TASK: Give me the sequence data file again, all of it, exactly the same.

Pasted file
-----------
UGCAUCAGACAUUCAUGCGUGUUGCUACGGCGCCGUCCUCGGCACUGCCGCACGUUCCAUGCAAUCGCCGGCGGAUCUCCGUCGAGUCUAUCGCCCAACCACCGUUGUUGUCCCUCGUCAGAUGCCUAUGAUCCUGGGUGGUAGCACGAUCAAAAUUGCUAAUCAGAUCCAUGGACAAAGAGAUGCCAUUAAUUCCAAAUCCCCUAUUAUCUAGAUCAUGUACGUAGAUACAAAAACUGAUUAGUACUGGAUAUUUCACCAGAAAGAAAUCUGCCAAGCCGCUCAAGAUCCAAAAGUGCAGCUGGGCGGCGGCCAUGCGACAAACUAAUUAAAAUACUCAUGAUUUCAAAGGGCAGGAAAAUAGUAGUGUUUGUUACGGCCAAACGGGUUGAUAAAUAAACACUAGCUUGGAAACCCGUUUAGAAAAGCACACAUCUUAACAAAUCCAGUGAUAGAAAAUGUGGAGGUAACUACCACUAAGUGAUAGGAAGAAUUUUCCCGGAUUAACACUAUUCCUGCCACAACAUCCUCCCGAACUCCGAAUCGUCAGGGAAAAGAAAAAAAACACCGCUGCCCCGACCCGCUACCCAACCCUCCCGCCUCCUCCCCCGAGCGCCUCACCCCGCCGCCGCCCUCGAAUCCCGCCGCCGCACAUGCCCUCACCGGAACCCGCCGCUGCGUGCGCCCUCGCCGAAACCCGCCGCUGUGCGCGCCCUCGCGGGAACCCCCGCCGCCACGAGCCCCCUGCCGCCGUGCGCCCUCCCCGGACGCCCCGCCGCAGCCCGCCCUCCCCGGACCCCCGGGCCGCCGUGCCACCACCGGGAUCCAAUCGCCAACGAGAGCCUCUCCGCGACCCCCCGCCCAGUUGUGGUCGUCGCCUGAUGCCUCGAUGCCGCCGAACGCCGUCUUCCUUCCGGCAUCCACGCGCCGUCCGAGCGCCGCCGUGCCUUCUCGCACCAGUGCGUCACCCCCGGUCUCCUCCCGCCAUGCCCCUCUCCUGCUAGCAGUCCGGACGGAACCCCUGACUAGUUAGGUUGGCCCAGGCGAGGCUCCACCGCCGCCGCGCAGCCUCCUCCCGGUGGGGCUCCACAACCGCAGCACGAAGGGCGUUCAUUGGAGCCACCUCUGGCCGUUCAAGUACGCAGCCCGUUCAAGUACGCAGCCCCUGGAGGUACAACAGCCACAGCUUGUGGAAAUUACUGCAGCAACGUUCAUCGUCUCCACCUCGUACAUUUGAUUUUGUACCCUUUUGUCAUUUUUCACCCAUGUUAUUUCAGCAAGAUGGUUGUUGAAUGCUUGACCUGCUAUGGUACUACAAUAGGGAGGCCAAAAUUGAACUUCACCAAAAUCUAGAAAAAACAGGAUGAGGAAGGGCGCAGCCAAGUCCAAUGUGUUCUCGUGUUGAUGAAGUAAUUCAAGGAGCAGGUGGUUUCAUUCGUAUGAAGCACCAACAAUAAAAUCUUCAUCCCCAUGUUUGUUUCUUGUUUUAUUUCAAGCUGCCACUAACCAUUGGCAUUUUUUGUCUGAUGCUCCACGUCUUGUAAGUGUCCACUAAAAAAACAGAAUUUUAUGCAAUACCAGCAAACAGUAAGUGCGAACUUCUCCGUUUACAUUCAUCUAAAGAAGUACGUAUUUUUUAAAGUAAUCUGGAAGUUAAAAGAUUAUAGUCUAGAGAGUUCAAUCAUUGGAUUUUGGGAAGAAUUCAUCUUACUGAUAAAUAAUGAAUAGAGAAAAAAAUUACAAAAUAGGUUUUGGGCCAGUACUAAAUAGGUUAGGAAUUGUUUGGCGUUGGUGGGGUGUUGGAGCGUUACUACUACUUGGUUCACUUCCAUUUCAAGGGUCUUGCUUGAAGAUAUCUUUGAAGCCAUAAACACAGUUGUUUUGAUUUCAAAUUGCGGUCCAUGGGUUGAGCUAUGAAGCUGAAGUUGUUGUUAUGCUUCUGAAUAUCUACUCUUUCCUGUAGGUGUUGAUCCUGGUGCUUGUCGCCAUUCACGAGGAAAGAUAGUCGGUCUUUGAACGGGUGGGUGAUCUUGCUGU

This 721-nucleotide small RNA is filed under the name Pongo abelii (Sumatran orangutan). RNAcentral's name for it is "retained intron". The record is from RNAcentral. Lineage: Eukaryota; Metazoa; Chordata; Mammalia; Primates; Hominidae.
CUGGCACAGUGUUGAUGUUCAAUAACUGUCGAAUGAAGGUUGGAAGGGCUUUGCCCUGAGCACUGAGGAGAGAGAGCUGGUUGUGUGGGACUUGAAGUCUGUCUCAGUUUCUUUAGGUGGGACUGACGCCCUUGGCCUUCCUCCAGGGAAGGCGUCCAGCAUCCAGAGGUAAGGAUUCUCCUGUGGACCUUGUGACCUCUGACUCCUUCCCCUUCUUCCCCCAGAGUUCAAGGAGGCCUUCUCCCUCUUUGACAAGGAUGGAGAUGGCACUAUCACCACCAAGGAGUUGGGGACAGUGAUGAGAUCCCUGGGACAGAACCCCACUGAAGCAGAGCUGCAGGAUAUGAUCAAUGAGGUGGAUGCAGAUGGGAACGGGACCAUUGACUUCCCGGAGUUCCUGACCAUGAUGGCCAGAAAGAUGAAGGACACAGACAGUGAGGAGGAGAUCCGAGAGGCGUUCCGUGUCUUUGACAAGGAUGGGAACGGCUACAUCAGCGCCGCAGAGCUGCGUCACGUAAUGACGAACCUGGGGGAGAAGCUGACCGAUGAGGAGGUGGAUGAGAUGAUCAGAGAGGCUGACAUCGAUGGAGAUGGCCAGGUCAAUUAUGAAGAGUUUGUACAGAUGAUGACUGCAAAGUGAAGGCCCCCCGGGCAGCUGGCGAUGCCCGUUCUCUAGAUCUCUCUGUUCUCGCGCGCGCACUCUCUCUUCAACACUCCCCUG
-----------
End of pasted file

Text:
UGCAUCAGACAUUCAUGCGUGUUGCUACGGCGCCGUCCUCGGCACUGCCGCACGUUCCAUGCAAUCGCCGGCGGAUCUCCGUCGAGUCUAUCGCCCAACCACCGUUGUUGUCCCUCGUCAGAUGCCUAUGAUCCUGGGUGGUAGCACGAUCAAAAUUGCUAAUCAGAUCCAUGGACAAAGAGAUGCCAUUAAUUCCAAAUCCCCUAUUAUCUAGAUCAUGUACGUAGAUACAAAAACUGAUUAGUACUGGAUAUUUCACCAGAAAGAAAUCUGCCAAGCCGCUCAAGAUCCAAAAGUGCAGCUGGGCGGCGGCCAUGCGACAAACUAAUUAAAAUACUCAUGAUUUCAAAGGGCAGGAAAAUAGUAGUGUUUGUUACGGCCAAACGGGUUGAUAAAUAAACACUAGCUUGGAAACCCGUUUAGAAAAGCACACAUCUUAACAAAUCCAGUGAUAGAAAAUGUGGAGGUAACUACCACUAAGUGAUAGGAAGAAUUUUCCCGGAUUAACACUAUUCCUGCCACAACAUCCUCCCGAACUCCGAAUCGUCAGGGAAAAGAAAAAAAACACCGCUGCCCCGACCCGCUACCCAACCCUCCCGCCUCCUCCCCCGAGCGCCUCACCCCGCCGCCGCCCUCGAAUCCCGCCGCCGCACAUGCCCUCACCGGAACCCGCCGCUGCGUGCGCCCUCGCCGAAACCCGCCGCUGUGCGCGCCCUCGCGGGAACCCCCGCCGCCACGAGCCCCCUGCCGCCGUGCGCCCUCCCCGGACGCCCCGCCGCAGCCCGCCCUCCCCGGACCCCCGGGCCGCCGUGCCACCACCGGGAUCCAAUCGCCAACGAGAGCCUCUCCGCGACCCCCCGCCCAGUUGUGGUCGUCGCCUGAUGCCUCGAUGCCGCCGAACGCCGUCUUCCUUCCGGCAUCCACGCGCCGUCCGAGCGCCGCCGUGCCUUCUCGCACCAGUGCGUCACCCCCGGUCUCCUCCCGCCAUGCCCCUCUCCUGCUAGCAGUCCGGACGGAACCCCUGACUAGUUAGGUUGGCCCAGGCGAGGCUCCACCGCCGCCGCGCAGCCUCCUCCCGGUGGGGCUCCACAACCGCAGCACGAAGGGCGUUCAUUGGAGCCACCUCUGGCCGUUCAAGUACGCAGCCCGUUCAAGUACGCAGCCCCUGGAGGUACAACAGCCACAGCUUGUGGAAAUUACUGCAGCAACGUUCAUCGUCUCCACCUCGUACAUUUGAUUUUGUACCCUUUUGUCAUUUUUCACCCAUGUUAUUUCAGCAAGAUGGUUGUUGAAUGCUUGACCUGCUAUGGUACUACAAUAGGGAGGCCAAAAUUGAACUUCACCAAAAUCUAGAAAAAACAGGAUGAGGAAGGGCGCAGCCAAGUCCAAUGUGUUCUCGUGUUGAUGAAGUAAUUCAAGGAGCAGGUGGUUUCAUUCGUAUGAAGCACCAACAAUAAAAUCUUCAUCCCCAUGUUUGUUUCUUGUUUUAUUUCAAGCUGCCACUAACCAUUGGCAUUUUUUGUCUGAUGCUCCACGUCUUGUAAGUGUCCACUAAAAAAACAGAAUUUUAUGCAAUACCAGCAAACAGUAAGUGCGAACUUCUCCGUUUACAUUCAUCUAAAGAAGUACGUAUUUUUUAAAGUAAUCUGGAAGUUAAAAGAUUAUAGUCUAGAGAGUUCAAUCAUUGGAUUUUGGGAAGAAUUCAUCUUACUGAUAAAUAAUGAAUAGAGAAAAAAAUUACAAAAUAGGUUUUGGGCCAGUACUAAAUAGGUUAGGAAUUGUUUGGCGUUGGUGGGGUGUUGGAGCGUUACUACUACUUGGUUCACUUCCAUUUCAAGGGUCUUGCUUGAAGAUAUCUUUGAAGCCAUAAACACAGUUGUUUUGAUUUCAAAUUGCGGUCCAUGGGUUGAGCUAUGAAGCUGAAGUUGUUGUUAUGCUUCUGAAUAUCUACUCUUUCCUGUAGGUGUUGAUCCUGGUGCUUGUCGCCAUUCACGAGGAAAGAUAGUCGGUCUUUGAACGGGUGGGUGAUCUUGCUGU

This 721-nucleotide small RNA is filed under the name Pongo abelii (Sumatran orangutan). RNAcentral's name for it is "retained intron". The record is from RNAcentral. Lineage: Eukaryota; Metazoa; Chordata; Mammalia; Primates; Hominidae.
CUGGCACAGUGUUGAUGUUCAAUAACUGUCGAAUGAAGGUUGGAAGGGCUUUGCCCUGAGCACUGAGGAGAGAGAGCUGGUUGUGUGGGACUUGAAGUCUGUCUCAGUUUCUUUAGGUGGGACUGACGCCCUUGGCCUUCCUCCAGGGAAGGCGUCCAGCAUCCAGAGGUAAGGAUUCUCCUGUGGACCUUGUGACCUCUGACUCCUUCCCCUUCUUCCCCCAGAGUUCAAGGAGGCCUUCUCCCUCUUUGACAAGGAUGGAGAUGGCACUAUCACCACCAAGGAGUUGGGGACAGUGAUGAGAUCCCUGGGACAGAACCCCACUGAAGCAGAGCUGCAGGAUAUGAUCAAUGAGGUGGAUGCAGAUGGGAACGGGACCAUUGACUUCCCGGAGUUCCUGACCAUGAUGGCCAGAAAGAUGAAGGACACAGACAGUGAGGAGGAGAUCCGAGAGGCGUUCCGUGUCUUUGACAAGGAUGGGAACGGCUACAUCAGCGCCGCAGAGCUGCGUCACGUAAUGACGAACCUGGGGGAGAAGCUGACCGAUGAGGAGGUGGAUGAGAUGAUCAGAGAGGCUGACAUCGAUGGAGAUGGCCAGGUCAAUUAUGAAGAGUUUGUACAGAUGAUGACUGCAAAGUGAAGGCCCCCCGGGCAGCUGGCGAUGCCCGUUCUCUAGAUCUCUCUGUUCUCGCGCGCGCACUCUCUCUUCAACACUCCCCUG